Some Electric Vehicles Get You a Tax Credit. But Not All of Them.
SMITH BRAIN TRUST – In the market for a new car in 2019? Caught between the choice of a traditional combustion engine or a plug-in hybrid or full electric vehicle? Did you know that the latter two choices might be eligible for a tax credit on your 2019 tax return?
Then again, they might not, says Samuel Handwerger, a lecturer in the accounting and information assurance department at the University of Maryland’s Robert H. Smith School of Business.
Tax credits of up to $7,500 against the federal taxes you owe this year are available if you buy certain new vehicles meeting certain standards, Handwerger says. The credit isn’t handed out by the dealer, but you claim it on your tax return. “And you can bet the dealer will know whether the car you are buying will qualify,” Handwerger says. “Nevertheless, go to IRS Form 8936 and its instructions to be sure.”
The credits have made headlines recently because they run out when a manufacturer sells more than 200,000 of specific vehicles. "That is exactly what is happening to Tesla and GM,” Handwerger says.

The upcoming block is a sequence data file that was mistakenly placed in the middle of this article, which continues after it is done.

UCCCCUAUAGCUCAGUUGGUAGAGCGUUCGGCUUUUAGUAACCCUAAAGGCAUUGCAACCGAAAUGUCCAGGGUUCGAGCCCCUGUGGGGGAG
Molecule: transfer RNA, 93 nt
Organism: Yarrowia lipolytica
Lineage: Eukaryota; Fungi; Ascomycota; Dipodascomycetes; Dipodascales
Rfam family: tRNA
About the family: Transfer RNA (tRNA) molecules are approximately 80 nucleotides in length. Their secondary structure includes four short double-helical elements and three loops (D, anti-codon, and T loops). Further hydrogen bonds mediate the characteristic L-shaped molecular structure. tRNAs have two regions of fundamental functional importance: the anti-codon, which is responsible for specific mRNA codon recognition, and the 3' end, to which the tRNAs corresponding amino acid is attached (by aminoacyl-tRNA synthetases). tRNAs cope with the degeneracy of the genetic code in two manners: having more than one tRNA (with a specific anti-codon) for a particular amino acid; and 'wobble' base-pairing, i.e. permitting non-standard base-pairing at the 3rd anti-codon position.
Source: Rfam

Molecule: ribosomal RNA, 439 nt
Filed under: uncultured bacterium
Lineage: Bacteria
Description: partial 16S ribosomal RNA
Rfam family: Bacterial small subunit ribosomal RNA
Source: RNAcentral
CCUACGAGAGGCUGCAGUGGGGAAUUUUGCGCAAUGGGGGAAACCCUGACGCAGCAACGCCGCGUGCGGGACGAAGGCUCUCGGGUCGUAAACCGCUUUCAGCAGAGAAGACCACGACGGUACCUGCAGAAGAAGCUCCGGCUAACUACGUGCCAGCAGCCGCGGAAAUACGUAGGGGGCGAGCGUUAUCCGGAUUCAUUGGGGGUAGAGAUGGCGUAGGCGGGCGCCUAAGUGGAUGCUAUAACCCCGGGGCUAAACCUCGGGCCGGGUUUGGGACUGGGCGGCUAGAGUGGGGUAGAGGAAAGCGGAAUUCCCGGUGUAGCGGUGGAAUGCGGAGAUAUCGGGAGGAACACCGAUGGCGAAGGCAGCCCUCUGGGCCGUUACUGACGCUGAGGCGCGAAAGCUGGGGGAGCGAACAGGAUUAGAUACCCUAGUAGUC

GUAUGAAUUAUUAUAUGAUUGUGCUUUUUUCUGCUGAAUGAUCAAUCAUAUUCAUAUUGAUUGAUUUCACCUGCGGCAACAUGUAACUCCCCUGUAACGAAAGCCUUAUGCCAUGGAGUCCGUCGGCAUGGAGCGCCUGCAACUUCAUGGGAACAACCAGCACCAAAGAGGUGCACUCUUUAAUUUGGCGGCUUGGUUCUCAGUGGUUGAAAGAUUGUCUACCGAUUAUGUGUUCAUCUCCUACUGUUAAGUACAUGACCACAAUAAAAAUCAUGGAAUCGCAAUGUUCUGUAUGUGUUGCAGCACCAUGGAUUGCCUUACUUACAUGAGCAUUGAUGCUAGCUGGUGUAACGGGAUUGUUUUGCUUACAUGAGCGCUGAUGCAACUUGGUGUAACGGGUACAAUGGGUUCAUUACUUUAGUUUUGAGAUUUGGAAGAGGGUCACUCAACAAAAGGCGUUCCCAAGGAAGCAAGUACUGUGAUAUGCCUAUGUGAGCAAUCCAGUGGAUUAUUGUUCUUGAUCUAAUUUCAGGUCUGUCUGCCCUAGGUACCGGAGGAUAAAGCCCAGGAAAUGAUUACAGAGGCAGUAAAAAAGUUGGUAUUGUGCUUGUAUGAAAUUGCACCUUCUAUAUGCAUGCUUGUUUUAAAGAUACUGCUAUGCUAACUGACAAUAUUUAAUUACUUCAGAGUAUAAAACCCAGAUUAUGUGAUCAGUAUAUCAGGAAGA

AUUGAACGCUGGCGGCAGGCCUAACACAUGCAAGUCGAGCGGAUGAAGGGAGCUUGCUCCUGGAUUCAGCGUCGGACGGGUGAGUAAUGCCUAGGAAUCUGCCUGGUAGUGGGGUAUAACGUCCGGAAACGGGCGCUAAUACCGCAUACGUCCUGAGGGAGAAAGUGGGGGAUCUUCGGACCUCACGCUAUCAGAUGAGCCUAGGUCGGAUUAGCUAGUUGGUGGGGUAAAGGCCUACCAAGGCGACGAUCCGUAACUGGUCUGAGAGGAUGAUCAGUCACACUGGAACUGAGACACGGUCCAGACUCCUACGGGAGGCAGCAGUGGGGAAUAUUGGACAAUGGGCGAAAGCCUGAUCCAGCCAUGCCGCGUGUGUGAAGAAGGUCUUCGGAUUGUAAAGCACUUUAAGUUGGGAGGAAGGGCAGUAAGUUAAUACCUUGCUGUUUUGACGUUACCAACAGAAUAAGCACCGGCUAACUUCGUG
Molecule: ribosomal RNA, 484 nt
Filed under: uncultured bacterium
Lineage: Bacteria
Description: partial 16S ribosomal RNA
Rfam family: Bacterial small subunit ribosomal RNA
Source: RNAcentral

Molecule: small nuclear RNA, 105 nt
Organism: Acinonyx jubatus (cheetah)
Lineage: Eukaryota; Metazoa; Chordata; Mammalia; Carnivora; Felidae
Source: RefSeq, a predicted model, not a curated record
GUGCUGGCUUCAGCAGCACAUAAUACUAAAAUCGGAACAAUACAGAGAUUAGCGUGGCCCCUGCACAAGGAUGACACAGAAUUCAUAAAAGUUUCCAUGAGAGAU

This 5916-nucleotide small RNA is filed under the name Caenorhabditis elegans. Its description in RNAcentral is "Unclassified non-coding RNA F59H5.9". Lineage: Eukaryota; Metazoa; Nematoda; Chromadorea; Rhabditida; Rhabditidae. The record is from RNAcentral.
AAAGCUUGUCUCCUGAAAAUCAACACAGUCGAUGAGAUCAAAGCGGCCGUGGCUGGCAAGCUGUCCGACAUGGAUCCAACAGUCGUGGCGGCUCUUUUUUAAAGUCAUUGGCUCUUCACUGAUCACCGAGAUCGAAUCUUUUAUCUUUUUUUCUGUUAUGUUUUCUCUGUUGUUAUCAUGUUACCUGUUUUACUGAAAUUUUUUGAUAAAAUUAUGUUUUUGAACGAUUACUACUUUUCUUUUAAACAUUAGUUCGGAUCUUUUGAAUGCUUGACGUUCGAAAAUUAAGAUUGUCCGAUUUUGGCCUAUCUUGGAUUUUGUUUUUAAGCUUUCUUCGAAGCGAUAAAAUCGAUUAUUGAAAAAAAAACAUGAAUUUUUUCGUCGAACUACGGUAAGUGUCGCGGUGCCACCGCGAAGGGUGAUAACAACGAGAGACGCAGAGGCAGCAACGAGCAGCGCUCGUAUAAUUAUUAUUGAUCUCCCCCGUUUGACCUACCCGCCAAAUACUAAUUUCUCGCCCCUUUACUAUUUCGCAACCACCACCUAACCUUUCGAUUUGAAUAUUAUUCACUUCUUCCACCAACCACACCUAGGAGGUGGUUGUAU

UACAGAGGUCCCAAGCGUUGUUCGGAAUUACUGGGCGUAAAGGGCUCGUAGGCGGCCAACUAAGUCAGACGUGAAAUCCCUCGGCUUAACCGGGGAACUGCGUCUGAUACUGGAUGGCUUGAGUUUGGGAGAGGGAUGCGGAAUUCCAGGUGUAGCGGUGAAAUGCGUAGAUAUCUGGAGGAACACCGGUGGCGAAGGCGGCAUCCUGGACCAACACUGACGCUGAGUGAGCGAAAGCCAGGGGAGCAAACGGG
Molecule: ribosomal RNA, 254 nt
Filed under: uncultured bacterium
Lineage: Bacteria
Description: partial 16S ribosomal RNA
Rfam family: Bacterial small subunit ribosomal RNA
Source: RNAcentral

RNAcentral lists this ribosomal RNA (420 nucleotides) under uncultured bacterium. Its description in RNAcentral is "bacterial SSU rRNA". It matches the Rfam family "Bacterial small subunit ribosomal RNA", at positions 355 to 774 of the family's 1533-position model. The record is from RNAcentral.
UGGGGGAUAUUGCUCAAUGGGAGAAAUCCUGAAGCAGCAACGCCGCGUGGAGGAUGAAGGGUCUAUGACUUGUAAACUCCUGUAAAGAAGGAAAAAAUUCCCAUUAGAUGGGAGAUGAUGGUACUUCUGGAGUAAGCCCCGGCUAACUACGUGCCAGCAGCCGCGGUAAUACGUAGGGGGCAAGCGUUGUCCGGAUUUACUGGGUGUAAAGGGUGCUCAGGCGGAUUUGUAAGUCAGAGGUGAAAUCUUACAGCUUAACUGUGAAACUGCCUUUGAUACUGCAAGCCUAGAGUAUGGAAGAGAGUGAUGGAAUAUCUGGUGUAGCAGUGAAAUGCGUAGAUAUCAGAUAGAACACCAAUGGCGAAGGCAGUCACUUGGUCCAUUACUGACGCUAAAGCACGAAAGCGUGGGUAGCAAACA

For Tesla buyers, the credit drops to $3,750 for plug-ins bought in the first half of this year, and drops again to $1,875 for the second half. After 2019, the credit is zero.
Buyers of GM plug-in vehicles get a bit more time, he adds. The credit drops to $3,750 on April 1 and to $1,875 on Oct. 1. The last day to qualify for a federal tax credit on the purchase of a GM plug-in is March 31, 2020.
“Nissan is next on the list, having registered sales of about 128,000 qualifying vehicles at the end of 2018,” Handwerger says.
GM appealed to Congress to extend the credit beyond the 200,000 sales limit, but the prospects for an extension remain unclear.
“Regardless, how much of the credit you may take depends on your tax liability,” Handwerger notes, “so this is a matter to plan with your tax professional.”
Retirees have been known to deliberately create tax liability from their retirement accounts to get more of the credit, he adds.
He suggests also looking into the state tax laws where you live when you’re shopping for new wheels. Some states, such as Maryland, offer additional tax incentives for the purchase of plug-in electric hybrid vehicles and their full-on electric cousins.
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